update deskIsrael at War

US exploring maritime corridor to send aid to Gaza

But National Security Advisor John Kirby acknowledged that trucks remain the most efficient way to supply the Strip.

The “USS Carney” guided missile destroyer. Photo by Journalist Seaman Apprentice Charles A. Ordoqui/U.S. Navy via Wikimedia Commons.
The “USS Carney” guided missile destroyer. Photo by Journalist Seaman Apprentice Charles A. Ordoqui/U.S. Navy via Wikimedia Commons.

The U.S. is considering setting up a maritime corridor to supply the Gaza Strip via the Mediterranean Sea, a Pentagon spokesperson said on Tuesday.

“In coordination with the U.S. interagency and international partners, we are actively reviewing options for a maritime corridor for humanitarian assistance into Gaza, including potential commercial and contracted options,” Pentagon press secretary Maj. Gen. Pat Ryder told reporters.

The U.S. military would only play “a supporting role” with the effort headed by the U.S. Agency for International Development (USAID), Ryder said, according to The Hill

U.S. National Security Advisor John Kirby told the press on Tuesday, “There’s still an awful lot of work that’s being done on this to flesh it out.”
 
Kirby noted, however, that “the best and most efficient way to get aid in to people in a confined space like that in a very urban environment is on the ground.” And the U.S. would “continue to urge Israel to facilitate more trucks and more routes, opening up more crossings so that more aid can get in,” he said.

The news followed U.S. Central Command’s announcement on Tuesday that it carried out a second airdrop of emergency food supplies into the Gaza Strip.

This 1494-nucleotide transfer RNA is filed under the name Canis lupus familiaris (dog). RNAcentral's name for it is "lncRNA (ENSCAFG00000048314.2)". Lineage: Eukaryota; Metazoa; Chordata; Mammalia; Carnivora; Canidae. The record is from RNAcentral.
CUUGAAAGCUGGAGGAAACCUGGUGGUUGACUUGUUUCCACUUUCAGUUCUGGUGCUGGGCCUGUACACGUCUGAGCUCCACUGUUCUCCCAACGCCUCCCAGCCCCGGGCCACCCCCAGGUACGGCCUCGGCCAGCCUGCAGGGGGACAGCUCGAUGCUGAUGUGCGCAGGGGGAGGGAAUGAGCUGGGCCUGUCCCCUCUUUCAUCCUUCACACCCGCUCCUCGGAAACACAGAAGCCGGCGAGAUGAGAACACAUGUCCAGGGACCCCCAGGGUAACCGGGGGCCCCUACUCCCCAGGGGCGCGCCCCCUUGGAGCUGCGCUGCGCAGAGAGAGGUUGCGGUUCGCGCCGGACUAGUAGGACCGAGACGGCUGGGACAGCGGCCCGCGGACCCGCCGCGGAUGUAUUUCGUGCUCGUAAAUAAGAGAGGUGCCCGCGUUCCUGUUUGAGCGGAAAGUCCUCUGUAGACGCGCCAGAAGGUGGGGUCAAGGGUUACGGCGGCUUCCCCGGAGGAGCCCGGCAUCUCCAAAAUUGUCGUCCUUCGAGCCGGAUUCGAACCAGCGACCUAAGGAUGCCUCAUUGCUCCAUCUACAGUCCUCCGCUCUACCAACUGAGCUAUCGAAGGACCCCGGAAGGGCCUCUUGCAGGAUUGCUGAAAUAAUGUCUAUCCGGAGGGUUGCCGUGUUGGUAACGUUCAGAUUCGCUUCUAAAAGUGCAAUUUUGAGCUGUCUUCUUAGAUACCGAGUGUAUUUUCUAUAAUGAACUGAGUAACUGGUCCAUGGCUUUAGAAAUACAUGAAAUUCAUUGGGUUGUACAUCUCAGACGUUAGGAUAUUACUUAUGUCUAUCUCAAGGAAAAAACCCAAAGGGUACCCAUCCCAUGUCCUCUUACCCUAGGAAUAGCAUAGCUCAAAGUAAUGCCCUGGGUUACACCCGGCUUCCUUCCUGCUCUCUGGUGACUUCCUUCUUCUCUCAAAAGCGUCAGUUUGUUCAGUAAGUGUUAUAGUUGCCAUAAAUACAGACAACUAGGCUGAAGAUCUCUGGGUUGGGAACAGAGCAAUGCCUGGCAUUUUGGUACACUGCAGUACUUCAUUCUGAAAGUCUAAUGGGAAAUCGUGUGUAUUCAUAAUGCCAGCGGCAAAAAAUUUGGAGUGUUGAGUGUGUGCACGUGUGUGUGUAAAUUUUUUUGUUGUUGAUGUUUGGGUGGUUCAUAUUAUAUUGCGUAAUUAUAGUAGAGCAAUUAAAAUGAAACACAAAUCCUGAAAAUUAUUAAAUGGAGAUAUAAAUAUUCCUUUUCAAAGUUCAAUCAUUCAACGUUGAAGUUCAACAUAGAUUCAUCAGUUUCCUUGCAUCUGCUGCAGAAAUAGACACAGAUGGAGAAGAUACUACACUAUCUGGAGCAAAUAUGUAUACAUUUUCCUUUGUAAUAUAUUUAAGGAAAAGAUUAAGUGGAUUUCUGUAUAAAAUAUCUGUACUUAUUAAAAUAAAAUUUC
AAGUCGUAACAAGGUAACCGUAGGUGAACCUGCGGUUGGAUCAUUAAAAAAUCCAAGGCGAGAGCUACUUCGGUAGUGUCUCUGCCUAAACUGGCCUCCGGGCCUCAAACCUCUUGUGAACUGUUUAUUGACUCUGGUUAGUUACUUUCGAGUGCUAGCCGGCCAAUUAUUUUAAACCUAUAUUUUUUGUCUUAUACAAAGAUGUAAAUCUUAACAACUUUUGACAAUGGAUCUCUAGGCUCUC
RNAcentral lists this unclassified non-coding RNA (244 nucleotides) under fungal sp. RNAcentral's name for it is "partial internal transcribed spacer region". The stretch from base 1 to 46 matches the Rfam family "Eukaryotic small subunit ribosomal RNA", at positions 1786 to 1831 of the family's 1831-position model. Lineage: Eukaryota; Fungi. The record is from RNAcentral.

The supplies included more than 36,800 U.S. and Jordanian “culturally sensitive” meals ready-to-eat (MREs) into northern Gaza.

The first airdrop on Saturday consisted of water and more than 38,000 MREs, the U.S. Air Force said, enough food to provide more than 50,000 meals.

The U.S. has increasingly applied pressure on Israel to allow more aid into the Strip.

Earlier this week, Israeli War Cabinet member Benny Gantz visited the U.S. where he heard concerns about the humanitarian situation in Gaza from Vice President Kamala Harris, Secretary of State Antony Blinken and Defense Secretary Lloyd Austin.

Similarly, President Joe Biden posted to X on Saturday, “The amount of aid flowing to Gaza is not nearly enough and we will continue to pull out every stop we can to get more aid in.”

Israel said it is allowing enough aid to enter but blamed the United Nations for failing to distribute it. The Israeli Defense Ministry’s Coordinator of Government Activities in the Territories (COGAT) unit has pointed out for months that truckloads of supplies end up sitting at the Gazan side of checkpoints after passing Israeli inspection.

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